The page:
The promise of employment data in the gig economy
- Financial institutions are failing a third of the workers: the self-employed. That number rises by 2027, when gig workers are projected to make up half of the labor force.
- Download our latest whitepaper laying the groundwork for what FIs are missing – and all the ways leveraging alternative data can lead the way to a more inclusive financial system.
Nearly half (49%) of 1099 workers reported being rejected for financial products they could afford. Why?
More people are self-employed today than they have been in 20 years, with the trend expected to continue. What’s more, independent workers are pulling income from multiple, often diverse, gigs, largely due to rapid technological advancements and lightning bolt global events.
Yet, our legacy financial infrastructures cater to traditional W2 workers with single, full-time jobs. The industry inadvertently marginalizes self-employed, 1099 workers, who struggle to access financial products like credit cards and loans.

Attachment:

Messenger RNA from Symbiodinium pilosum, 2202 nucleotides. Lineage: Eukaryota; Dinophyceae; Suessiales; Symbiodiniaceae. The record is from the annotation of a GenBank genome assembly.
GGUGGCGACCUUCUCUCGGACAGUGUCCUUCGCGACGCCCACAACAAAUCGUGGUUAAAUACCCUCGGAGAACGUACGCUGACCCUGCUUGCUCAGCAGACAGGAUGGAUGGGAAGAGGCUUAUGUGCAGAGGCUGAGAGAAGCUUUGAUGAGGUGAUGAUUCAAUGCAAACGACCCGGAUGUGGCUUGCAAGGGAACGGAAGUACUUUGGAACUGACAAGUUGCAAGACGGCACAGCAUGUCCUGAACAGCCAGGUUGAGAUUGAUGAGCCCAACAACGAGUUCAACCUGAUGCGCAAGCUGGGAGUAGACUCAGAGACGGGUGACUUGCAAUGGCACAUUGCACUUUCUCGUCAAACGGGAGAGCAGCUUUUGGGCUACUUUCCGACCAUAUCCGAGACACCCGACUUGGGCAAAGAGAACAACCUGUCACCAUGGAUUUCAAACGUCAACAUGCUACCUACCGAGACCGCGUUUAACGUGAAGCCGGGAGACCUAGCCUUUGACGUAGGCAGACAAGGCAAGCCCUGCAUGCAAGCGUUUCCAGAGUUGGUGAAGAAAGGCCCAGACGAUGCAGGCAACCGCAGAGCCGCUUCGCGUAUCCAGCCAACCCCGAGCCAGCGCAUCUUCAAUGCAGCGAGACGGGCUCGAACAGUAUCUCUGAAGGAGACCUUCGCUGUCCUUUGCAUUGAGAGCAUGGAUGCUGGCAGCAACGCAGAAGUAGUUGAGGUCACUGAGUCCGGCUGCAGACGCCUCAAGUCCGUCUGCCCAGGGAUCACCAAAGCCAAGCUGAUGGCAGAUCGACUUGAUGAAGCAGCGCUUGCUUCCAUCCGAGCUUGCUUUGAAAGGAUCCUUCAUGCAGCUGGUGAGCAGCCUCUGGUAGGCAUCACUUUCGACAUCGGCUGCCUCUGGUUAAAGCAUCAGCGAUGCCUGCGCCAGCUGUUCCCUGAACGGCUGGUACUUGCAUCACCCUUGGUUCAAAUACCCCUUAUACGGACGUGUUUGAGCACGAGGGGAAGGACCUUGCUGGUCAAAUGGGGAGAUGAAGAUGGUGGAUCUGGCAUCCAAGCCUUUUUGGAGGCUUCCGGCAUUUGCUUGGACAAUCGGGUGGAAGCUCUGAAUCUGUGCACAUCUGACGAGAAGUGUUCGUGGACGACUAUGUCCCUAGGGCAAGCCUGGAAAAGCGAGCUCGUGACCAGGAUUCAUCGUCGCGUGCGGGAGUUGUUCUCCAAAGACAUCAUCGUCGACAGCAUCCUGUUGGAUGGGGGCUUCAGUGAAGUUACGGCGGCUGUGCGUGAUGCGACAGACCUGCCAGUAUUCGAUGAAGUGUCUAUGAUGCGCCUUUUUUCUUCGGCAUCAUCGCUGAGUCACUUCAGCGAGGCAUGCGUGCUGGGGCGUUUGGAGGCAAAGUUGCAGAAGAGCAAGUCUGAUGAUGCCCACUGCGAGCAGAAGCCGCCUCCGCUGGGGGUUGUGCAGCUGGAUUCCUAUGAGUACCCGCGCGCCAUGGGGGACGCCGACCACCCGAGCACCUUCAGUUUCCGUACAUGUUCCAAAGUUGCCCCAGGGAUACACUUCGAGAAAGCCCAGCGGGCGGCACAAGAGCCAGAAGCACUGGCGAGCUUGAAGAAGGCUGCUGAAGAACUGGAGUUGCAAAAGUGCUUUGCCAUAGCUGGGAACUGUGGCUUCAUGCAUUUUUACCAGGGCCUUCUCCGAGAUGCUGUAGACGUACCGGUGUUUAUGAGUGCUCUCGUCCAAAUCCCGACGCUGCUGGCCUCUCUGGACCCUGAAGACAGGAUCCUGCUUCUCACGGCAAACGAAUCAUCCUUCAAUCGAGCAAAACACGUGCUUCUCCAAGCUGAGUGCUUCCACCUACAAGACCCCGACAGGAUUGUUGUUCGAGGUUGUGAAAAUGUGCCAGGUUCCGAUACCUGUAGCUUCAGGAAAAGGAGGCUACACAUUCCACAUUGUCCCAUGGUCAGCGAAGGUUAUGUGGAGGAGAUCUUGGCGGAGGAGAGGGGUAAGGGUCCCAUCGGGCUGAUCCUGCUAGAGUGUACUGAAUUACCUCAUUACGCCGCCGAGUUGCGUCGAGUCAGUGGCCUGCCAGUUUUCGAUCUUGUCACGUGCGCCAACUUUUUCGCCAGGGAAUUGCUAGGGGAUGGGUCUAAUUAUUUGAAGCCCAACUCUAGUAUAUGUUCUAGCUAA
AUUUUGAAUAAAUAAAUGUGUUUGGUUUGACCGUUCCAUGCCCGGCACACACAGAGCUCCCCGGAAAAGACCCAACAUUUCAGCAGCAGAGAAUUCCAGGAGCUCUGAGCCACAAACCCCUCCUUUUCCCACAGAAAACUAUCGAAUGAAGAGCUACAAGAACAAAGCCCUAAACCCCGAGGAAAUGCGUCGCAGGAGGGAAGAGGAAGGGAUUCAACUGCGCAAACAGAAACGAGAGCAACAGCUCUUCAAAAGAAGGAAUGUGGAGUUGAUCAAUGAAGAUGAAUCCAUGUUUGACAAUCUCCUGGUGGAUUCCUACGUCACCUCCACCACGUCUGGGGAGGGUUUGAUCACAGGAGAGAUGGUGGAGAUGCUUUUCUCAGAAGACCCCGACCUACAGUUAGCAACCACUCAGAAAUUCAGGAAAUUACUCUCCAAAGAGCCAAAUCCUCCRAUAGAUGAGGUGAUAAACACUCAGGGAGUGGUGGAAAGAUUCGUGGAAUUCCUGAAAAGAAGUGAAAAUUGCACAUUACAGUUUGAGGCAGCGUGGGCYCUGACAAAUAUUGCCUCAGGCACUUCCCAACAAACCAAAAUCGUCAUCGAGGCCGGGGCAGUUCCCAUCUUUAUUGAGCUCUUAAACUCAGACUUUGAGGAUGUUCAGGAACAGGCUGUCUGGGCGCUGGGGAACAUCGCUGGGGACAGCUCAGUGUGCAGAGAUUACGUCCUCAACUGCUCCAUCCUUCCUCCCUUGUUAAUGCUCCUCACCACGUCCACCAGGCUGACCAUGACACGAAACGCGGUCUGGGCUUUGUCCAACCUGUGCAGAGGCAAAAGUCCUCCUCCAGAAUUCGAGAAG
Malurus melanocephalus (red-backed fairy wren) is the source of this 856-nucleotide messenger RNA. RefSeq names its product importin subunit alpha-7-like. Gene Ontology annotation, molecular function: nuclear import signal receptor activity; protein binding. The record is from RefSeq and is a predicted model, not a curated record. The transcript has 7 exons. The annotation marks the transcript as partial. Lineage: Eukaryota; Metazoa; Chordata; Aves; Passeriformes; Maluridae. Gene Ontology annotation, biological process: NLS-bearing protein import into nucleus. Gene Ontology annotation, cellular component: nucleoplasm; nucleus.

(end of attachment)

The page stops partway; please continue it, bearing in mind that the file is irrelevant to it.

Financial institutions typically rely on traditional data like credit scores to finance loan products. We believe employment data is a much better indicator of a worker’s ability to pay back loans.
And workers do too. In fact, 70% of gig workers say that their employment records are better indications of their financial health than their credit scores.
Using data aggregation technologies, lenders can incorporate employment data into their underwriting models to better assess a borrower’s ability to meet a payment schedule. Lenders can make better informed lending decisions that could increase borrowers’ access to loans and other financial products.
In our latest whitepaper, we break down what the lending space needs to know:
- The loss at hand, and the loss to come, from overlooking the 1099 worker
- The needs and wants of the modern gig worker
- Opportunities and solutions presented by data democratization
- How financial services can brace for the growing gig economy with the help of employment data